ost between Europe and Africa and belonging to nowhere. Belonging to nowhere, never having belonged to anywhere.”
— D.H. Lawrence, “Impressions of Sardinia.”
Sardinia’s flag is misleading at first glance. Four black guys posing in profile against a white background doesn’t seem to capture the essence of life on this island. Its origins have baffled me since October when my mother tongue led me from Washington, D.C. to Cagliari to teach English. Guidebooks say the flag represents the Moors’ stint as invaders, but details from Sardinians themselves are hard to come by. One of my students, Giovanni, a part-time coal miner, part-time class clown, provided his brand of clarity. “If there were four white people on the flag,” he said, “you wouldn’t be able to see them.”
One would think that an island with such a tangled history of invaders would be accustomed to diversity. The Byzantines disembarked, so did the Arabs, the Spanish and a variety of other cultures. Sardinia was once practically a Mediterranean hostel. But today, only 1.3 percent of its residents are foreign — making it easily the most homogeneous Italian region. As my blue eyes and pallid, Anglo complexion is met with curious stares from behind dark, furrowed brows and olive skin when I walk to work, it’s evident that foreigners in Sardinia stick out like… black on white.
Lying 200 kilometers from any mainland, Sardinia is among the most isolated islands in the Mediterranean — a fact that has contributed to its peculiar development. With a native language, Sardo, that predates all other Romance languages and a population recognized by the Italian government as a distinct ethnic group, Sardinia exists as a sort of Italian Hawaii.
Sprawling mountain ranges and poor infrastructure have hindered outside contact in many areas and contributed to a culture gripped in introspection. Though the European elite floods its pristine shoreline in summer — the fashionable Costa Smeralda has a regular patron Silvio Berlusconi — the island is largely left to its own, secluded devices (three sheep for every person) during the remaining months.
Like its more famous water-bound counterpart, Sicily, Sardinia has a history rooted in colonial oppression. Though Rome granted Sardinia a measure of political autonomy in 1948, allowing the island to have its own regional president, it suffered through foreign rule since the sevent century B.C. Just as Sicilians weary of foreign subjugation formed La Cosa Nostra as a way to police their own affairs, Sardinians have developed a self-conscious pride that, at times, manifests itself as a rejection of outsiders. While Sicilians are stereotyped within Italy as mafiosi, Sardinians, who still refer to the mainland as il continente, are embodied more lightly. In the dubbed Italian version of “The Simpsons,” Groundskeeper Willy, the fiercely independent Scottish janitor, gets a Sardinian accent.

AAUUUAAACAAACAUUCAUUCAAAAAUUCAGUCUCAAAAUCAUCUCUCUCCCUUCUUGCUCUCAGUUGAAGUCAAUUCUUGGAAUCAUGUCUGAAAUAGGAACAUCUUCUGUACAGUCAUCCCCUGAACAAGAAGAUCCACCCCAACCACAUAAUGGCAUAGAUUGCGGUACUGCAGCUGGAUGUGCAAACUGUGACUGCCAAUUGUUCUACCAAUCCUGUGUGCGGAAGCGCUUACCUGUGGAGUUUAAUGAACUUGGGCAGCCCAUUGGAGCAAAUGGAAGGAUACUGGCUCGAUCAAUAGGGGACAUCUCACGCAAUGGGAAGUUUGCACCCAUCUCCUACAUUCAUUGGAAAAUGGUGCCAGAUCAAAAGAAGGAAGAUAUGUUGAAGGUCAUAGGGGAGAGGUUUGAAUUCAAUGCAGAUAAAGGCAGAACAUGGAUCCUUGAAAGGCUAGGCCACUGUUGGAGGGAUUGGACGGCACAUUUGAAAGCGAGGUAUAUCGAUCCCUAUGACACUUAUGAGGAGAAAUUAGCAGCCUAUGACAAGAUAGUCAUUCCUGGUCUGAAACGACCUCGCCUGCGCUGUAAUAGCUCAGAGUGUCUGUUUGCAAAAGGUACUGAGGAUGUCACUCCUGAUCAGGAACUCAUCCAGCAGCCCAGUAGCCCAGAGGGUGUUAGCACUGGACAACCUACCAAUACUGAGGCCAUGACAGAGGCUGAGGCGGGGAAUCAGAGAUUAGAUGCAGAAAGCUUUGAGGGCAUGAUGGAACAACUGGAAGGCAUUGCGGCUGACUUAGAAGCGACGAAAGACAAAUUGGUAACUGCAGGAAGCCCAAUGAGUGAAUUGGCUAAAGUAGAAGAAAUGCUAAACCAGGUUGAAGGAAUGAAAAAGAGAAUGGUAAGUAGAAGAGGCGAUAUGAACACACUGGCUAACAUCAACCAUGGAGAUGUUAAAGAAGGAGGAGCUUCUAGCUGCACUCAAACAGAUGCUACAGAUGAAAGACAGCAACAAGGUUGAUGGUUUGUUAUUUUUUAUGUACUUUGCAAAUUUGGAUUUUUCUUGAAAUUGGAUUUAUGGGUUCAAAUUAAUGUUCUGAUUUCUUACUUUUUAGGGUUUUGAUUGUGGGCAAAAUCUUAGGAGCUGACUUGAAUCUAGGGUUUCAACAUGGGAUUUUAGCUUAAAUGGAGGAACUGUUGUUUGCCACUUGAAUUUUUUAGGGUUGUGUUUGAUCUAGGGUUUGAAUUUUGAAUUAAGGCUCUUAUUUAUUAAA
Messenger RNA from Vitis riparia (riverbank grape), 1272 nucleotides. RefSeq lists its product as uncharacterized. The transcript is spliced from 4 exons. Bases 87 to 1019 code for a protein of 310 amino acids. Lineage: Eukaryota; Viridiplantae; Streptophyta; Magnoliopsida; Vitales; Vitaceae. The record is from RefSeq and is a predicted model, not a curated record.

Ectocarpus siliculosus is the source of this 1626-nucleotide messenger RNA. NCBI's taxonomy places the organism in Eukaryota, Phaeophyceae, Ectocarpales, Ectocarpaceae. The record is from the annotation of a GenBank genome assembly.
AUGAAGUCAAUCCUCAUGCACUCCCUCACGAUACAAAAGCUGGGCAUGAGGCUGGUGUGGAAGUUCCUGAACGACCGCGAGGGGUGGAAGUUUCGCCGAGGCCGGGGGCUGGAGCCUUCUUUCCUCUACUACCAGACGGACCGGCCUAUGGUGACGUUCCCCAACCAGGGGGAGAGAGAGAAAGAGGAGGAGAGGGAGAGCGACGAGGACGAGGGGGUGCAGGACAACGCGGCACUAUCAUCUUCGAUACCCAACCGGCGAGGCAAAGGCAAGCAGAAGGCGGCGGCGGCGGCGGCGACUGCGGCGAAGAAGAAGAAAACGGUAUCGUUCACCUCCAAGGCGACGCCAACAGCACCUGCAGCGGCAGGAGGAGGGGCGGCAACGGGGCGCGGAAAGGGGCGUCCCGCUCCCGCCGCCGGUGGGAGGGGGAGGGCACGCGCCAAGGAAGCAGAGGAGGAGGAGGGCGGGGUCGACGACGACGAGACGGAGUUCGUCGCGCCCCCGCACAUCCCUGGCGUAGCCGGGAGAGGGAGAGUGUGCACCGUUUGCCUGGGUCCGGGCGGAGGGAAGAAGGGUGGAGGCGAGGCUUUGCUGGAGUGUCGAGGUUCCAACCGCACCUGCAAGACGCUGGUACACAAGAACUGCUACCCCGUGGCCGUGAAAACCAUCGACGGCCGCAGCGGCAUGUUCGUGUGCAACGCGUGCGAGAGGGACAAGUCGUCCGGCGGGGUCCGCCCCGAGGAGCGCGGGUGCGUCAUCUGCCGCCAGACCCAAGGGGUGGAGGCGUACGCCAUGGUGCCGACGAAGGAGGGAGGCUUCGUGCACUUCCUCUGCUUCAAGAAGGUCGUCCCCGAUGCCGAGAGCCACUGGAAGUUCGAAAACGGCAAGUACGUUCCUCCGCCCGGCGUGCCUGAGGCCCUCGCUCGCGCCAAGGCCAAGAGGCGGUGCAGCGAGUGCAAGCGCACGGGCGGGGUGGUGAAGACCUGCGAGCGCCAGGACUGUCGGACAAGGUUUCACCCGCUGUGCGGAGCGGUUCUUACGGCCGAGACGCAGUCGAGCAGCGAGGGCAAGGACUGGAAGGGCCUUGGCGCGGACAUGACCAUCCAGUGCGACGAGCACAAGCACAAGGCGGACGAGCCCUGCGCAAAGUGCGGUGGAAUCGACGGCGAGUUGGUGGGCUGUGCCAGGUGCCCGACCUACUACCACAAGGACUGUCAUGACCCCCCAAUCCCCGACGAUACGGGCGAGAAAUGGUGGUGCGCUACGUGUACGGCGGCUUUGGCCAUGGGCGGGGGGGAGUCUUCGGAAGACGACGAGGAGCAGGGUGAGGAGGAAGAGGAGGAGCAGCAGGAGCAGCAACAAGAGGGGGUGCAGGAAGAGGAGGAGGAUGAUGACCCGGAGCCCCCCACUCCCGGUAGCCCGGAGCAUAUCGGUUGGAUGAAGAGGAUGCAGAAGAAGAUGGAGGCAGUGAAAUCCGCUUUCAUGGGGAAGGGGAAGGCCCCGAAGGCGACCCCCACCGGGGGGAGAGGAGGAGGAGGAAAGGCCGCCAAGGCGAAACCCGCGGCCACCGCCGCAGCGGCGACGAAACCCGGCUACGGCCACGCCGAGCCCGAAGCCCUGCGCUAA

Sardinia’s inward-looking mentality springs from its center a patchwork of impenetrable mountainous terrain known as La Barbagia. Having never been conquered by outside forces, the region has only been invaded in name. The Romans nicknamed the region because of the “barbarian-like courage” of its inhabitants whose insurgences not only repelled foreign forces, but also Christianity, as they continued to worship wood and stone until the seventh century. A driver traveling through present day Barbagia is welcomed to each town with a stark warning. A street sign greeting locals is written in Sardo, followed by one for outsiders in standard Italian. Nearly every sign in Italian is illegible because it is ripped through by bullet holes.
Granted, the Barbagia is a case study in insularity, but its defiant spirit echoes across the rest of the island. Even in Cagliari, the island’s bustling capitol facing North Africa, there exists a lingering suspicion of foreign influence. I live in an apartment tucked snugly between the graffiti tags No Global, and Stop Immigrazione! My two roommates, both university students, have never left the island. Like 80 percent of Sardinians, Daniele only speaks Sardo with his family and is the first to admit his Italian is poor. Simone has never eaten Chinese food.
Then there’s Giovanni, my coal miner student, who one day took me hiking near his family’s village in the Barbagia. With his job at the mine in jeopardy, he doubted he could continue to afford English lessons. I suggested he spend a year in America teaching Italian. “I’m not American,” he said. “I can’t just leave terra mia. I don’t expect you to understand.”
— Eliot Stein’s column appears monthly.